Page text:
SCOUTING CAMERA TIPS AND TRICKS

Camera placement

  • Always try to place your trail cam looking north or south. If faced into the rising and setting sun the light will wash out any pictures that are taken during that time.
     

  • When placed in a small cleared out area where there is tall foliage across from the camera, the sun in the morning warming the leaves will sometimes set off the camera.
     

  • Try to clean the area in front of the camera of any vegetation that can be moved by the wind. Usually 20 to 30 feet is enough unless it is a large weed or brush then a greater distance would be necessary.
     

  • Be aware of the sensing capability of your camera. Place your camera well with in that range. Too close or too far will result in missed pictures. In most cases 15 to 20 feet to the target area in the summer is about right. During the colder weather some cameras will sense out to 100 feet.  This can be a problem when  cold and darkness allows the camera to trigger outside the range of the flash.
     

  • When placing your trail camera to watch a rub line or scrape you should elevate the camera well above the eyelevel of the animal and have it looking down on the desired area. A flash coming from above will not bother these wary critters as much as if was at eye level. It is believed that the flash coming from above is similar to lightning and does not scare the bucks. This also applies to the IR flash cameras. This is important in that if you plan to hunt this same area you would not want to have this animal disturbed and possibly abandon the area due to being scared by the flash.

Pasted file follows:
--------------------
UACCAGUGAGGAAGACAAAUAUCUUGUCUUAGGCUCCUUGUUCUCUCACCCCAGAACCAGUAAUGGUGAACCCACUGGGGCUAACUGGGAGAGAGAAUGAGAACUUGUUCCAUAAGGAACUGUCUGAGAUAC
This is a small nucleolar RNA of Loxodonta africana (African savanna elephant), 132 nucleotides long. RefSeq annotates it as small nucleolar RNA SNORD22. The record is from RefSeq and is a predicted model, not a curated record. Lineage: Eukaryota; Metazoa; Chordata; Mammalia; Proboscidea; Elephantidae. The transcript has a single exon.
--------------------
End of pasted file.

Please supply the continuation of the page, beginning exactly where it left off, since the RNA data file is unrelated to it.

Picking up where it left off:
• When putting your camera to watch scrapes and you are getting a lot of activity, it is felt that this the bucks way of advertising. When this activity at the scrape drops off suddenly that is the time the buck will be out on the chase and is a good indication that the rut is in full swing.
     

  • The average trigger time (movement to picture taken) with most cameras is 2 to 5 seconds. Aiming the camera directly across a trail in most cases will result in missed pictures or a lot of animal tail ends. We have found that aiming the camera so it is looking at an approaching or exiting animal is most effective for trail watching. When possible have it looking up or down the trail. When viewing a feeder or salt lick, or areas where the animal will have prolonged exposure just get your right sensing distance and observe the north south position.
     

  • Corn Feeders:  We found that after placing a new corn feeder in a field our deer movement in that area stopped.  Week after week passed before we learned that you should camouflage the feeder.  See how we bungeed limbs to ours and placed it on top of a small pine.  Immediately our camera began to capture deer photos!

 

Camera mounting

  • The advertising for trail cameras always show the camera mounted to a tree. This is acceptable if the tree is in the 8 to 10 inch caliper.
     

  • Winter mounting on smaller trees will work because after the leaves have fallen the wind will have little effect on the tree movement.
     

  • During the time of full foliage the wind will move even larger trees to the extent the camera will trigger.
     

  • The best solution to this is to build a camera stand that is pushed into the ground next to a tree. The camera stands are not affected by the wind and when placed next to a tree provides good concealment and a place to secure your camera from theft.

    Click here for some of the engineers own camera stand designs.
     

  • Mounting height can be from 24 to 40 inches. When mounted low, small game like armadillos and squirrels will trigger the camera. These, will in most cases will be missed if the camera is mounted a little higher.
     

  • With the IR flash cameras in movie mode, a flickering red glow is put off by the camera. This red glow will really spook a deer. To avoid spooking deer with the flickering red glow from the IR flash, place the camera above the animals eye level looking down and they will not spook.
     

  • Grabbing frames and video at animal's eye level.  Click here.

 

Camera Camouflage

  • Case Camo Idea with Sharpie: